In the post-Anthony Weiner and Harvey Weinstein era, a battle against sexual, moral and viral contagions
Love in the Time of Contagion: A Diagnosis
By Laura Kipnis
Pantheon, 210 pages, $26
Enmeshed in a seemingly endless pandemic, we’ve all become amateur epidemiologists, as Laura Kipnis notes, even if we’re not all equally adept at it. In Kipnis’s latest book, she harnesses her caustic prose and scathing wit to another amateur pursuit: a ripped-from-the headlines exploration of social psychology.
In four essays and a coda, “Love in the Time of Contagion” offers what she calls “a diagnosis” of contemporary romantic relationships. It’s a subject ripe for analysis. COVID lockdowns, quarantines and other protocols — and the many quarrels and divides around them — have inevitably shaken the lives of couples and families, not to mention the landscape of dating and the notion of community. Our social arrangements, as Kipnis suggests, have mutated along with the virus, and we haven’t a clue how much trauma, or transformation, will persist. Kipnis’s book, offering testimony mostly from the elite precincts of Manhattan, is a lively, unsystematic, and far from definitive foray into this fascinating terrain.
A prolific cultural critic and former video artist, Kipnis has written widely, and controversially, about love, sex and gender. In her breakthrough 2003 polemic, “Against Love,” she skewered monogamous partnerships as “domestic gulags” and celebrated the excitements of adultery. She’s often managed to be both autobiographical and attuned to the cultural moment. Her experiences as the improbable target of a Title IX gender discrimination investigation by Northwestern University, where she was teaching, inspired her 2017 book, “Unwanted Advances.” Expanding on the essay that triggered her troubles, the book dissected what she calls “sexual paranoia” on campus.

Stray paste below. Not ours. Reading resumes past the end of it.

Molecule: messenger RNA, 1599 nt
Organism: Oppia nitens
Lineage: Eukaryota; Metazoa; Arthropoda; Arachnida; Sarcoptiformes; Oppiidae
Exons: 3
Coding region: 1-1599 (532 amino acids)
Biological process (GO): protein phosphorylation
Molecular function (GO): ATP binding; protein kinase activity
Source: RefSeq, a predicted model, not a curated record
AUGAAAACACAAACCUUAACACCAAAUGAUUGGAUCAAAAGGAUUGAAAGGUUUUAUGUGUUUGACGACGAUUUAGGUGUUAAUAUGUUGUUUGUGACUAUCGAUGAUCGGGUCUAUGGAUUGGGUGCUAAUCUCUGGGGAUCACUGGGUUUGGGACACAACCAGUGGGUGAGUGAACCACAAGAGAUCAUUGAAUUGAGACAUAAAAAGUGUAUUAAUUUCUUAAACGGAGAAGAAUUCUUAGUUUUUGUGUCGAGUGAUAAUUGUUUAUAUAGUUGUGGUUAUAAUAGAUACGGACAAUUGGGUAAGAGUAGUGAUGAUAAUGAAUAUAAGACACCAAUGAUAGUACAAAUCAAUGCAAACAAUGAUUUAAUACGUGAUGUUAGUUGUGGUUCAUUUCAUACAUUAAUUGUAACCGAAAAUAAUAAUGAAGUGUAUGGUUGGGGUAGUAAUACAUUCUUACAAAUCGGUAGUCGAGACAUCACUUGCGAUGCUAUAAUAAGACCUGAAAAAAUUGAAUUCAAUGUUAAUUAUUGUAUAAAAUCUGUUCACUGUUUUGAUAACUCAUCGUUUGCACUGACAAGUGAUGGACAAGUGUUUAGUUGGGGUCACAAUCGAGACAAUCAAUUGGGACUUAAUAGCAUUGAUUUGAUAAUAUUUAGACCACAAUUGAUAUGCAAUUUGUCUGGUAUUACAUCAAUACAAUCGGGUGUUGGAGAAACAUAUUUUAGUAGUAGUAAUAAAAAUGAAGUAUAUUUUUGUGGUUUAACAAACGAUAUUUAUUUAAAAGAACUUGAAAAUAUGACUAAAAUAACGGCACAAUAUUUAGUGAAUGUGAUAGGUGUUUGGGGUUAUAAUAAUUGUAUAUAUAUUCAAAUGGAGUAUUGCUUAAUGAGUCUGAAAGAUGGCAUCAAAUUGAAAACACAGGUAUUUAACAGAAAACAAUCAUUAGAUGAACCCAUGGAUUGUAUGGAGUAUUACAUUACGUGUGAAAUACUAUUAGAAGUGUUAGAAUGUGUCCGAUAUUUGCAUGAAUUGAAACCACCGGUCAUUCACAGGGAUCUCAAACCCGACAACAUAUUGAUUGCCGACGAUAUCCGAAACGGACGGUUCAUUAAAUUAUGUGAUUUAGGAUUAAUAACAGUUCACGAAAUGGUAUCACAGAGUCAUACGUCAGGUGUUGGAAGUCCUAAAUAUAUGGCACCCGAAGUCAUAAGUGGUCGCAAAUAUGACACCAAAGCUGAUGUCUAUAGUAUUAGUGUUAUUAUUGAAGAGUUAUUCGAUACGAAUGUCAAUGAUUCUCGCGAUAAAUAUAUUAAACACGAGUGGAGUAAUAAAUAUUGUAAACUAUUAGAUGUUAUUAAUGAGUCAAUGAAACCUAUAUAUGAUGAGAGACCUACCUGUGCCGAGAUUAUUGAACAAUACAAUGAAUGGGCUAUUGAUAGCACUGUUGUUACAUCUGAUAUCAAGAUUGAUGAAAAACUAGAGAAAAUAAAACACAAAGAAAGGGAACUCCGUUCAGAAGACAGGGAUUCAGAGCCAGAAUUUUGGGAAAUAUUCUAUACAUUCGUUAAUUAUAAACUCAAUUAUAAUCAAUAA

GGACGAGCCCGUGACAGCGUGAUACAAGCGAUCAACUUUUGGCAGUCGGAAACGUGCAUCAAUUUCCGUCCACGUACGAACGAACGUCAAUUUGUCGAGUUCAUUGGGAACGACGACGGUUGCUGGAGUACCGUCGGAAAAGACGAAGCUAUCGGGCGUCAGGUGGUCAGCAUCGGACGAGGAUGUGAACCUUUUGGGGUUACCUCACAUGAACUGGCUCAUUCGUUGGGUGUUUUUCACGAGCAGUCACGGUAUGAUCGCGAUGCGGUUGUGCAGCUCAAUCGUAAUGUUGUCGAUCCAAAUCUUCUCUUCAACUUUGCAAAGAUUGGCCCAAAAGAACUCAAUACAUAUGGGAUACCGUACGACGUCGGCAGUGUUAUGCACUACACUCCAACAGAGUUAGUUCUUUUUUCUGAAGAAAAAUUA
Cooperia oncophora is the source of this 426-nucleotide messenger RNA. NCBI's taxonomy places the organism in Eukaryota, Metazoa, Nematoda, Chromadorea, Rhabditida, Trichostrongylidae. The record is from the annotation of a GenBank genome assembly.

Writing as both a feminist and, at times, an antifeminist provocateur, Kipnis is as likely to spark argument as agreement — which is no doubt fine with her. “Love in the Time of Contagion” borrows the conceit of its title from Gabriel García Márquez’s 1985 novel, “Love in the Time of Cholera.” It aims to ask leading questions about how pandemic stress has affected social and sexual mores. Conclusions are in short supply: After all, everyone’s relationship is different, and some people naturally find it easier to tolerate the cramped quarters and exquisite monotony of pandemic life. The perpetually restless Kipnis — no surprise here — is not among them.
The essay that treats the pandemic most directly is the first, “Love and Extinction.” COVID, Kipnis says, “scrambled open marriages and secret trysts,” making those accustomed to stepping out step back in. Within couples, disputes over COVID protocols raised the question: “What’s a rational precaution, what’s an irrational bulwark against the unknown, and what’s a thin excuse for payback?”
Kipnis sheltered with her boyfriend in his Harlem one-bedroom, leaving behind her own, even smaller Chelsea apartment. The couple, chafing at enforced togetherness, referred to each other as cellmates. “Couple ambivalence that dared speak its name in a pandemic felt unpatriotic,” she writes, “like black marketeering during wartime.” Still, as the irritations mounted, along with trash in New York streets, Kipnis became “a grudge collector par excellence.”
She ends up analogizing the anxieties of intimacy to a viral infection. The challenge, she writes, is, “How to protect your defenseless cells or inner being from spiky roving things that want to invade you, seduce you, bend you to their purposes?”